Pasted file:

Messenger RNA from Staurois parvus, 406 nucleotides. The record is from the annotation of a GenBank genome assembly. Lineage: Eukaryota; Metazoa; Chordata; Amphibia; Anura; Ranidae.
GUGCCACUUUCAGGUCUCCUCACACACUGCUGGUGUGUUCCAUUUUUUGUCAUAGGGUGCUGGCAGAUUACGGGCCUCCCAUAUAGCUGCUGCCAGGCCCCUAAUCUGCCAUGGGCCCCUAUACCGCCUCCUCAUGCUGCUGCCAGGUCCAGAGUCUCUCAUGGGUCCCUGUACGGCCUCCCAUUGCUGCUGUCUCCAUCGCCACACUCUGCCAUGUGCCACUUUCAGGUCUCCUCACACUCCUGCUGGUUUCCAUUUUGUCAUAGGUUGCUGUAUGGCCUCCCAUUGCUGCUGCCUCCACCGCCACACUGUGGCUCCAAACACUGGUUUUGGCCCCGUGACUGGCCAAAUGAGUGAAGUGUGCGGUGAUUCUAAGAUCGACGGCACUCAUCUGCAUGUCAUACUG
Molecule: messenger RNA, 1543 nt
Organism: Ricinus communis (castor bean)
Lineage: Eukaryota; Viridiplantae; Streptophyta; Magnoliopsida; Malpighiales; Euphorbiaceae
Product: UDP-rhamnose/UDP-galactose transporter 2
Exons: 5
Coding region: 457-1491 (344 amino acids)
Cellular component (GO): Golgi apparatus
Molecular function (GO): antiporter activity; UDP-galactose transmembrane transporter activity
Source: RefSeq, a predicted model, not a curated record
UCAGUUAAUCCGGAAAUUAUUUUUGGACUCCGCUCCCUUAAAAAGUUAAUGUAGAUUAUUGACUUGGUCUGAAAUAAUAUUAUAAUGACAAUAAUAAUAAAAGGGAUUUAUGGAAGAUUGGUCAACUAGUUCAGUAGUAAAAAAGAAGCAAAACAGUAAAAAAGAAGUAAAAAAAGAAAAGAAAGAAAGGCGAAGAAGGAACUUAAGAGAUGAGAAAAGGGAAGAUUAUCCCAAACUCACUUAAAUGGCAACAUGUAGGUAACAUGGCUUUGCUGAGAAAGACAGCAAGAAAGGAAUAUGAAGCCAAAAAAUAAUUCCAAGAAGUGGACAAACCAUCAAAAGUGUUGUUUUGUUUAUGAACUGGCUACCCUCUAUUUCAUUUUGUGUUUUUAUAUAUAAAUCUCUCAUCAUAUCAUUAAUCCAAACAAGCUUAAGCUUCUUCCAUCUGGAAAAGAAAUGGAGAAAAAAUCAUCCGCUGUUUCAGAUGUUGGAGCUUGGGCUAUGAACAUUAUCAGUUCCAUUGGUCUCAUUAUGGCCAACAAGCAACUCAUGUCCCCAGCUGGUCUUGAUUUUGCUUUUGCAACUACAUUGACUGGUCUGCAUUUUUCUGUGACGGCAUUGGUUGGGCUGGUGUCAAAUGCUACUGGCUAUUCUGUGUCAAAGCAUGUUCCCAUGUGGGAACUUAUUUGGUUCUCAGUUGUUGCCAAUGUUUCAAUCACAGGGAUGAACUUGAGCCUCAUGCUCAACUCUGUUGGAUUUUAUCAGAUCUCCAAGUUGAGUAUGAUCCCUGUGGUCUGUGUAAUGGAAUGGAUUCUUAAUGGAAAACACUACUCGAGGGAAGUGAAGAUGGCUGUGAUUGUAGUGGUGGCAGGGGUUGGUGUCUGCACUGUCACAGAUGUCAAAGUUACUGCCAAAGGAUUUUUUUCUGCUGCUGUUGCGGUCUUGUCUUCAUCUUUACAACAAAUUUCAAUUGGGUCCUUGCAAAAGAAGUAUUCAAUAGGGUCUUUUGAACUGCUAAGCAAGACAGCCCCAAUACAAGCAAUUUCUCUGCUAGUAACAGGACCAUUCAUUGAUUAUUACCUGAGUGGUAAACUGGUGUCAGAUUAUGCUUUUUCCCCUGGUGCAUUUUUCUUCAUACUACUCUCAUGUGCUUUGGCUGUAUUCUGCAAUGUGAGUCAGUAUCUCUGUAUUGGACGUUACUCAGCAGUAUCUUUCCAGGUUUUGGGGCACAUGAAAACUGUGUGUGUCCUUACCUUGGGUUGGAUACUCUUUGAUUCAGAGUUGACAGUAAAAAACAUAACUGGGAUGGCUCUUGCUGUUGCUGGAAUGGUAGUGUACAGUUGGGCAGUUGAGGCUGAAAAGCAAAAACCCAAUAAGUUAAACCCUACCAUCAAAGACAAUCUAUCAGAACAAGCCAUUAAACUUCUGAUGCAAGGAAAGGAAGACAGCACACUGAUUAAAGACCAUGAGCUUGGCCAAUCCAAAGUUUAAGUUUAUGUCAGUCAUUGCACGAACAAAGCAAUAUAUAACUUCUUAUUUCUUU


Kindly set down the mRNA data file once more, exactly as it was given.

Messenger RNA from Staurois parvus, 406 nucleotides. The record is from the annotation of a GenBank genome assembly. Lineage: Eukaryota; Metazoa; Chordata; Amphibia; Anura; Ranidae.
GUGCCACUUUCAGGUCUCCUCACACACUGCUGGUGUGUUCCAUUUUUUGUCAUAGGGUGCUGGCAGAUUACGGGCCUCCCAUAUAGCUGCUGCCAGGCCCCUAAUCUGCCAUGGGCCCCUAUACCGCCUCCUCAUGCUGCUGCCAGGUCCAGAGUCUCUCAUGGGUCCCUGUACGGCCUCCCAUUGCUGCUGUCUCCAUCGCCACACUCUGCCAUGUGCCACUUUCAGGUCUCCUCACACUCCUGCUGGUUUCCAUUUUGUCAUAGGUUGCUGUAUGGCCUCCCAUUGCUGCUGCCUCCACCGCCACACUGUGGCUCCAAACACUGGUUUUGGCCCCGUGACUGGCCAAAUGAGUGAAGUGUGCGGUGAUUCUAAGAUCGACGGCACUCAUCUGCAUGUCAUACUG
Molecule: messenger RNA, 1543 nt
Organism: Ricinus communis (castor bean)
Lineage: Eukaryota; Viridiplantae; Streptophyta; Magnoliopsida; Malpighiales; Euphorbiaceae
Product: UDP-rhamnose/UDP-galactose transporter 2
Exons: 5
Coding region: 457-1491 (344 amino acids)
Cellular component (GO): Golgi apparatus
Molecular function (GO): antiporter activity; UDP-galactose transmembrane transporter activity
Source: RefSeq, a predicted model, not a curated record
UCAGUUAAUCCGGAAAUUAUUUUUGGACUCCGCUCCCUUAAAAAGUUAAUGUAGAUUAUUGACUUGGUCUGAAAUAAUAUUAUAAUGACAAUAAUAAUAAAAGGGAUUUAUGGAAGAUUGGUCAACUAGUUCAGUAGUAAAAAAGAAGCAAAACAGUAAAAAAGAAGUAAAAAAAGAAAAGAAAGAAAGGCGAAGAAGGAACUUAAGAGAUGAGAAAAGGGAAGAUUAUCCCAAACUCACUUAAAUGGCAACAUGUAGGUAACAUGGCUUUGCUGAGAAAGACAGCAAGAAAGGAAUAUGAAGCCAAAAAAUAAUUCCAAGAAGUGGACAAACCAUCAAAAGUGUUGUUUUGUUUAUGAACUGGCUACCCUCUAUUUCAUUUUGUGUUUUUAUAUAUAAAUCUCUCAUCAUAUCAUUAAUCCAAACAAGCUUAAGCUUCUUCCAUCUGGAAAAGAAAUGGAGAAAAAAUCAUCCGCUGUUUCAGAUGUUGGAGCUUGGGCUAUGAACAUUAUCAGUUCCAUUGGUCUCAUUAUGGCCAACAAGCAACUCAUGUCCCCAGCUGGUCUUGAUUUUGCUUUUGCAACUACAUUGACUGGUCUGCAUUUUUCUGUGACGGCAUUGGUUGGGCUGGUGUCAAAUGCUACUGGCUAUUCUGUGUCAAAGCAUGUUCCCAUGUGGGAACUUAUUUGGUUCUCAGUUGUUGCCAAUGUUUCAAUCACAGGGAUGAACUUGAGCCUCAUGCUCAACUCUGUUGGAUUUUAUCAGAUCUCCAAGUUGAGUAUGAUCCCUGUGGUCUGUGUAAUGGAAUGGAUUCUUAAUGGAAAACACUACUCGAGGGAAGUGAAGAUGGCUGUGAUUGUAGUGGUGGCAGGGGUUGGUGUCUGCACUGUCACAGAUGUCAAAGUUACUGCCAAAGGAUUUUUUUCUGCUGCUGUUGCGGUCUUGUCUUCAUCUUUACAACAAAUUUCAAUUGGGUCCUUGCAAAAGAAGUAUUCAAUAGGGUCUUUUGAACUGCUAAGCAAGACAGCCCCAAUACAAGCAAUUUCUCUGCUAGUAACAGGACCAUUCAUUGAUUAUUACCUGAGUGGUAAACUGGUGUCAGAUUAUGCUUUUUCCCCUGGUGCAUUUUUCUUCAUACUACUCUCAUGUGCUUUGGCUGUAUUCUGCAAUGUGAGUCAGUAUCUCUGUAUUGGACGUUACUCAGCAGUAUCUUUCCAGGUUUUGGGGCACAUGAAAACUGUGUGUGUCCUUACCUUGGGUUGGAUACUCUUUGAUUCAGAGUUGACAGUAAAAAACAUAACUGGGAUGGCUCUUGCUGUUGCUGGAAUGGUAGUGUACAGUUGGGCAGUUGAGGCUGAAAAGCAAAAACCCAAUAAGUUAAACCCUACCAUCAAAGACAAUCUAUCAGAACAAGCCAUUAAACUUCUGAUGCAAGGAAAGGAAGACAGCACACUGAUUAAAGACCAUGAGCUUGGCCAAUCCAAAGUUUAAGUUUAUGUCAGUCAUUGCACGAACAAAGCAAUAUAUAACUUCUUAUUUCUUU